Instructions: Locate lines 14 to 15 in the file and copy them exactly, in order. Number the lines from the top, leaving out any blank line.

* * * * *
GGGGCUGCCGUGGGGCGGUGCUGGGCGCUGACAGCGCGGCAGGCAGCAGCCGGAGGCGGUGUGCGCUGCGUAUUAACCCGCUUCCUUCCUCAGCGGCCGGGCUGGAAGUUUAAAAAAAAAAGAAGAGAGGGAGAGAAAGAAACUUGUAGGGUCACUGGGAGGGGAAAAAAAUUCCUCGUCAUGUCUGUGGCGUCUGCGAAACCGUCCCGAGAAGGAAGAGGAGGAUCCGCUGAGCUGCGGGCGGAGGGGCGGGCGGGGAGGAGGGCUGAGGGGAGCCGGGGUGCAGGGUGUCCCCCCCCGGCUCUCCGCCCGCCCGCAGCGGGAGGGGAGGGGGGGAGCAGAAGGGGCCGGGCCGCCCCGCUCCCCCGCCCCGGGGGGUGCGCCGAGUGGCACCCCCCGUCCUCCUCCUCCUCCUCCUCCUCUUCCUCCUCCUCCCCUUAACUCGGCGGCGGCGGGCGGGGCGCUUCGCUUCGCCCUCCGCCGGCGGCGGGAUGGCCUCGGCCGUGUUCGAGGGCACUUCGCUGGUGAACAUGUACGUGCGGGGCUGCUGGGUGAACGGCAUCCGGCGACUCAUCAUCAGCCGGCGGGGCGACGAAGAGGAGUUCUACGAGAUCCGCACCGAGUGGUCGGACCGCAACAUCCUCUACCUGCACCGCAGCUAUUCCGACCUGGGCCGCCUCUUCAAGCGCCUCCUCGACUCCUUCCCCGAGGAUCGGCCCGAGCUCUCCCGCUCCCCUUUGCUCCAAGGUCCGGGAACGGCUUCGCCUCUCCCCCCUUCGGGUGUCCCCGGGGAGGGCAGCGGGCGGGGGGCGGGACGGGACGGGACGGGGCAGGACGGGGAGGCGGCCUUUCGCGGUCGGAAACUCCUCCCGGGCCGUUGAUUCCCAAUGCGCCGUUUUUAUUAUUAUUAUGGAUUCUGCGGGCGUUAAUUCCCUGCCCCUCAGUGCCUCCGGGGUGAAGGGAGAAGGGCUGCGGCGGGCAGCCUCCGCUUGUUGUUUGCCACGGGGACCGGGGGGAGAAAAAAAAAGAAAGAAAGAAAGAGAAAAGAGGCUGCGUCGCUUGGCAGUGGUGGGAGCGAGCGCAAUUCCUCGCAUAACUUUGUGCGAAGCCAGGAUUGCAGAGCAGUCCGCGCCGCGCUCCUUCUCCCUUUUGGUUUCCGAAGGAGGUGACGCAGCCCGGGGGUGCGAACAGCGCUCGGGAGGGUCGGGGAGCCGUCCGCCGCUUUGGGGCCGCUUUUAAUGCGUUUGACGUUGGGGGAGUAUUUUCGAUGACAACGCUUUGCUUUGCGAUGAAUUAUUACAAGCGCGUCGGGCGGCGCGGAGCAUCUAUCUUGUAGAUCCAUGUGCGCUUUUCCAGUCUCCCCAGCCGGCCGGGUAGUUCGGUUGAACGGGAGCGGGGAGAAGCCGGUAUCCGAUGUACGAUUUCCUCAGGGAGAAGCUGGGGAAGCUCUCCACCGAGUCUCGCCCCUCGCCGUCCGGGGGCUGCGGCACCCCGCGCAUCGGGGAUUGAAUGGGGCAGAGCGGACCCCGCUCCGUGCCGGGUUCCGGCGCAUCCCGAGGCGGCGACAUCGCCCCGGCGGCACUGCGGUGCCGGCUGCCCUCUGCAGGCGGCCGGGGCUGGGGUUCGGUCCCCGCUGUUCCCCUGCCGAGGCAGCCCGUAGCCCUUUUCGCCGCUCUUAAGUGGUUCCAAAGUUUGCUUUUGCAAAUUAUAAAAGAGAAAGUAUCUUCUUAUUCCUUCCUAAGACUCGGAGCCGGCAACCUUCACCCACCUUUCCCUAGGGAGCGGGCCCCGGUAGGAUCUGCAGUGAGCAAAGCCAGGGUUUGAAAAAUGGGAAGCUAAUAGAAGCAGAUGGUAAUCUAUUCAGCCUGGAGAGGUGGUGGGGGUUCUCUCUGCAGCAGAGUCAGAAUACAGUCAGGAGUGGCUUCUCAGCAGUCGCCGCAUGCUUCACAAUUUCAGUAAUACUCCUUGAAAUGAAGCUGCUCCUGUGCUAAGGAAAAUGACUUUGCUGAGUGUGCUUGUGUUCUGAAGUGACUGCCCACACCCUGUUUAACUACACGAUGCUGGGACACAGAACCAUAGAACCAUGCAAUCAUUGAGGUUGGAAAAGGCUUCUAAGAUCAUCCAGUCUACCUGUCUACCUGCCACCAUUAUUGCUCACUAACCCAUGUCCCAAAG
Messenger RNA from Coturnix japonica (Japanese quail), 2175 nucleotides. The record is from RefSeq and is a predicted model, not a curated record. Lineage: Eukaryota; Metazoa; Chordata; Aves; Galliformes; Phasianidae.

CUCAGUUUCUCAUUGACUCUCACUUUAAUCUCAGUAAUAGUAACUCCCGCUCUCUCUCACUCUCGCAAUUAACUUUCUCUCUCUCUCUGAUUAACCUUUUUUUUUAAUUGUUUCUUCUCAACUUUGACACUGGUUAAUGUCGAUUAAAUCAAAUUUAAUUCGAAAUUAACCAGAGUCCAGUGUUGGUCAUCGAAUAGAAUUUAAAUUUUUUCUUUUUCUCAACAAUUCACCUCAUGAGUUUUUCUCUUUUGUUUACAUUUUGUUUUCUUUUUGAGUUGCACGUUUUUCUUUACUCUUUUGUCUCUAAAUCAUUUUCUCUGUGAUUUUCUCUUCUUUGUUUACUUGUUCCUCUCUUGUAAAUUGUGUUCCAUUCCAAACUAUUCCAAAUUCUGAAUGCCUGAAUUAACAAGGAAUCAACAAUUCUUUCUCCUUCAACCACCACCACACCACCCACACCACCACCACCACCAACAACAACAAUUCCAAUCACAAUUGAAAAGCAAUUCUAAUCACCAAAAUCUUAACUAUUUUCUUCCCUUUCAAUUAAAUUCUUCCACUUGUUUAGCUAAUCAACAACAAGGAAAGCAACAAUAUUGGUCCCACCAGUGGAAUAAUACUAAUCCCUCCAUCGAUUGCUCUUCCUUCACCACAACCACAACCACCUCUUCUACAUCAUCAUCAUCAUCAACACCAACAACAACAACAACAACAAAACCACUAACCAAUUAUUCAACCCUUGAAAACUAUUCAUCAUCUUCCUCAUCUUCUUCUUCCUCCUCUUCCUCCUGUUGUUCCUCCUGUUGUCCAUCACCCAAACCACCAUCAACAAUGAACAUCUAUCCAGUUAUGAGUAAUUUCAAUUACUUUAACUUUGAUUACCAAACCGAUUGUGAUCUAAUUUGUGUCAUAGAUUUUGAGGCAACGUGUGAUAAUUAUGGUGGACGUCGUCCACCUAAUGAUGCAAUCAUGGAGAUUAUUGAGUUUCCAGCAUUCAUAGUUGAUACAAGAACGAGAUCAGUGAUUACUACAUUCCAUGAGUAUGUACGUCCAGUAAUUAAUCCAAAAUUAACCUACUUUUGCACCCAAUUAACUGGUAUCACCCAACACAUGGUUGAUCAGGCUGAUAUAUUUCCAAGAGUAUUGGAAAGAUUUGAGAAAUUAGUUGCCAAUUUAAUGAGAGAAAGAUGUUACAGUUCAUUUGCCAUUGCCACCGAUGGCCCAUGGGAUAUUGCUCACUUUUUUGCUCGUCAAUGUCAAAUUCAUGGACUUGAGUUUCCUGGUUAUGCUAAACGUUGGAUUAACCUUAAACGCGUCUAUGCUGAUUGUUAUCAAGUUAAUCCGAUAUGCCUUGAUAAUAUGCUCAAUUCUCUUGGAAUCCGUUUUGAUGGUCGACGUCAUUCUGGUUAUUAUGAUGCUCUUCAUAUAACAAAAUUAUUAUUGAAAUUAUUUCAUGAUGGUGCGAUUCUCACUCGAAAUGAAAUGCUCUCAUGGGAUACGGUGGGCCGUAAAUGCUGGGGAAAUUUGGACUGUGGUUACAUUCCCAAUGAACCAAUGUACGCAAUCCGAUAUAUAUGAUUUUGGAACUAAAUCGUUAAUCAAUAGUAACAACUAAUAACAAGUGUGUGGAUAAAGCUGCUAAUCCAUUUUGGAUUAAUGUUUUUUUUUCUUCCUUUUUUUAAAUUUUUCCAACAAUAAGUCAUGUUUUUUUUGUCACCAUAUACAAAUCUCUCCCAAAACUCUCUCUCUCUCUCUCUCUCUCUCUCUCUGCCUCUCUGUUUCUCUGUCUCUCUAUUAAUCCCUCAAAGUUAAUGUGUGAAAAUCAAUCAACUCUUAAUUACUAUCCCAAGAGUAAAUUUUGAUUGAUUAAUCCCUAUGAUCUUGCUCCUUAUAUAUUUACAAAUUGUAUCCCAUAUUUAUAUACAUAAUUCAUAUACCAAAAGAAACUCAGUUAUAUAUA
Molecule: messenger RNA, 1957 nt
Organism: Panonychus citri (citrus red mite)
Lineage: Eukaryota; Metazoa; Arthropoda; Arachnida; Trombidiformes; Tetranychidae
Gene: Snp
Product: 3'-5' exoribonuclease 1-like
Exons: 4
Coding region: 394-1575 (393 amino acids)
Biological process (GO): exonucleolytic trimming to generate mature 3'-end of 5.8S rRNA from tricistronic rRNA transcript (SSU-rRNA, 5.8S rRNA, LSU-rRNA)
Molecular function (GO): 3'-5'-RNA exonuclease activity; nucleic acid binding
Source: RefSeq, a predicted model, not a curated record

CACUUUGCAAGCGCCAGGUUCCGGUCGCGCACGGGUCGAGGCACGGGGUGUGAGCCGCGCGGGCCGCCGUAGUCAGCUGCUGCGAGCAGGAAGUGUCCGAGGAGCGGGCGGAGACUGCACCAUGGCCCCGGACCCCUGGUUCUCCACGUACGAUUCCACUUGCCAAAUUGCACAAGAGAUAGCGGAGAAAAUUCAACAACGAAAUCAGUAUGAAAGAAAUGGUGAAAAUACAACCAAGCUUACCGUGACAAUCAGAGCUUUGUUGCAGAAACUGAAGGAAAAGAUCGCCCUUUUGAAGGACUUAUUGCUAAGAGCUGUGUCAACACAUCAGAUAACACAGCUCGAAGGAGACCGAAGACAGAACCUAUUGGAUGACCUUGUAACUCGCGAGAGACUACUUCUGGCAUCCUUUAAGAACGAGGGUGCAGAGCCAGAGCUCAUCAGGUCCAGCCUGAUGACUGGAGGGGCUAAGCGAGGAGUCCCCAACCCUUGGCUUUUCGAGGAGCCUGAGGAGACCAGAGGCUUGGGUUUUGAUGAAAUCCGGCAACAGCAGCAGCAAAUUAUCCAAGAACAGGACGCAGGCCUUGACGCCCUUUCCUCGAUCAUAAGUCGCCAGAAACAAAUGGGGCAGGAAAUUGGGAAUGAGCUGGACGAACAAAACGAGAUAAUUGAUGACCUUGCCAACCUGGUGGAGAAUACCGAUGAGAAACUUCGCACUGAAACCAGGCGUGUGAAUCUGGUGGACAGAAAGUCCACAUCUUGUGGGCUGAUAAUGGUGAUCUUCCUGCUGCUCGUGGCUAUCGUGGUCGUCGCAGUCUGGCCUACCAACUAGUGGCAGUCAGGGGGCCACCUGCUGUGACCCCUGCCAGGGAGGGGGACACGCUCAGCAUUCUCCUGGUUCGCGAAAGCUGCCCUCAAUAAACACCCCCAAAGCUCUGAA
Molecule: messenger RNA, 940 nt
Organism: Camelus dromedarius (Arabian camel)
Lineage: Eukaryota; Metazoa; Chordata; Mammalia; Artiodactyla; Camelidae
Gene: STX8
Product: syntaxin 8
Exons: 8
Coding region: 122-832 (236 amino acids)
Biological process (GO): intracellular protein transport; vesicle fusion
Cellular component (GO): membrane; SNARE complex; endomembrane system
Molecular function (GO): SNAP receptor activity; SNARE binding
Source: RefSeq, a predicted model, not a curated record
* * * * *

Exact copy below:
CACUUUGCAAGCGCCAGGUUCCGGUCGCGCACGGGUCGAGGCACGGGGUGUGAGCCGCGCGGGCCGCCGUAGUCAGCUGCUGCGAGCAGGAAGUGUCCGAGGAGCGGGCGGAGACUGCACCAUGGCCCCGGACCCCUGGUUCUCCACGUACGAUUCCACUUGCCAAAUUGCACAAGAGAUAGCGGAGAAAAUUCAACAACGAAAUCAGUAUGAAAGAAAUGGUGAAAAUACAACCAAGCUUACCGUGACAAUCAGAGCUUUGUUGCAGAAACUGAAGGAAAAGAUCGCCCUUUUGAAGGACUUAUUGCUAAGAGCUGUGUCAACACAUCAGAUAACACAGCUCGAAGGAGACCGAAGACAGAACCUAUUGGAUGACCUUGUAACUCGCGAGAGACUACUUCUGGCAUCCUUUAAGAACGAGGGUGCAGAGCCAGAGCUCAUCAGGUCCAGCCUGAUGACUGGAGGGGCUAAGCGAGGAGUCCCCAACCCUUGGCUUUUCGAGGAGCCUGAGGAGACCAGAGGCUUGGGUUUUGAUGAAAUCCGGCAACAGCAGCAGCAAAUUAUCCAAGAACAGGACGCAGGCCUUGACGCCCUUUCCUCGAUCAUAAGUCGCCAGAAACAAAUGGGGCAGGAAAUUGGGAAUGAGCUGGACGAACAAAACGAGAUAAUUGAUGACCUUGCCAACCUGGUGGAGAAUACCGAUGAGAAACUUCGCACUGAAACCAGGCGUGUGAAUCUGGUGGACAGAAAGUCCACAUCUUGUGGGCUGAUAAUGGUGAUCUUCCUGCUGCUCGUGGCUAUCGUGGUCGUCGCAGUCUGGCCUACCAACUAGUGGCAGUCAGGGGGCCACCUGCUGUGACCCCUGCCAGGGAGGGGGACACGCUCAGCAUUCUCCUGGUUCGCGAAAGCUGCCCUCAAUAAACACCCCCAAAGCUCUGAA
Molecule: messenger RNA, 940 nt